It's not ADHD, but what it is may surprise you

My 5-year-old daughter Vanessa was born at the end of July and although she is not the youngest child in her kindergarten class, she is among the youngest with more than half the class turning 6 in the last couple of months. Her teacher has told me she is doing really well in school. She's learning how to read and write just like everyone else. But at a parent-teacher conference last year, she did tell me that Vanessa is a bit too chatty and is not really able to tell when it's ok to goof around and when it's not.

The teacher didn't make a big deal about it saying that, in the end, she's just being her age. Yet, after reading about a study that suggests immaturity may be the reason why children who are the youngest in their class are being diagnosed, labeled and given medication for attention-deficit hyperactivity disorder or ADHD at higher rates than their older classmates, I got a bit worried.  


I mean, I don't think my daughter has ever shown any signs of having ADHD, but what if her teacher had suggested she get tested and they had diagnosed her with it even though she's really just immature? It apparently happens more often than we think.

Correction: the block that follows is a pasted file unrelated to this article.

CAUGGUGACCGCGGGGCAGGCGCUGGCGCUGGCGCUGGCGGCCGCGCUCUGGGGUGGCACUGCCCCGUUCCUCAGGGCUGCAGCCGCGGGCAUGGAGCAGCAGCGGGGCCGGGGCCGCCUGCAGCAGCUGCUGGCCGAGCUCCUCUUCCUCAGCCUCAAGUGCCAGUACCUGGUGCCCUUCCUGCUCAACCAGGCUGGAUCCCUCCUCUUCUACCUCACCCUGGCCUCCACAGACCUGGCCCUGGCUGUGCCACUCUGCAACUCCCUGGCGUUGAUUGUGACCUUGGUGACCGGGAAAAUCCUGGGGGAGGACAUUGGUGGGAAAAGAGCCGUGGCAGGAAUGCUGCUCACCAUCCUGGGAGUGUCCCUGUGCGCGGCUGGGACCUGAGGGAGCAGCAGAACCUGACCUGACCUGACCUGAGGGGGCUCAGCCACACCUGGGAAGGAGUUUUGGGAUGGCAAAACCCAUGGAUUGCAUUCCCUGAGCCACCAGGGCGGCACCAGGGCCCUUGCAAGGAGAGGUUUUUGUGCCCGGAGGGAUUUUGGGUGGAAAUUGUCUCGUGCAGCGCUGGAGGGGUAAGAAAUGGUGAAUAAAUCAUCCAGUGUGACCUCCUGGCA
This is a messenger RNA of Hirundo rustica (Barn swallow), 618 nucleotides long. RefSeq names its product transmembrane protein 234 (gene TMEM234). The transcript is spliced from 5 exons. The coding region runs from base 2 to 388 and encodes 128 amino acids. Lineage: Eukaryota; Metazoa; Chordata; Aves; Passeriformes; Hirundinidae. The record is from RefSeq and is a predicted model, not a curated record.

The study, conducted by a child and adolescent psychiatrist at the University of British Columbia in Vancouver, involved more than 900,000 Canadian children aged 6 to 12. It found that the youngest boys were 30% more likely to be diagnosed and treated for ADHD than their oldest peers. The percentage was even higher for the youngest girls who are 70% more likely than their oldest classmates to receive the diagnosis. The results of the study fall in line with those of two U.S. studies that found the same thing in 2010.

Read more in ¿Qué más?: Are parents responsible for their kids ADHD?

There's no denying that ADHD is a serious diagnosis and that lots of kids--and adults--do suffer from it, but I feel like the findings of this study just go to show how much we're overdiagnosing our children. Parents need to inform themselves and be relentless in getting the correct diagnosis for their children before they let them be labeled and treated with drugs that can have all kinds of serious side-effects all because they are not as mature as their older classmates.

Luckily, now I know that if someone ever said anything about the possibility of my daughter having ADHD, I'd have to take a serious look at the issue of her age and that of the peers with whom she's being compared.

What do you think about this study's findings? Why do you think we're all so quick to label someone with ADHD when so many other things could be causing the distraction or the hyperactivity? 




Image via Antonio Villaraigosa/flickr

Topics: on parenting  parents and children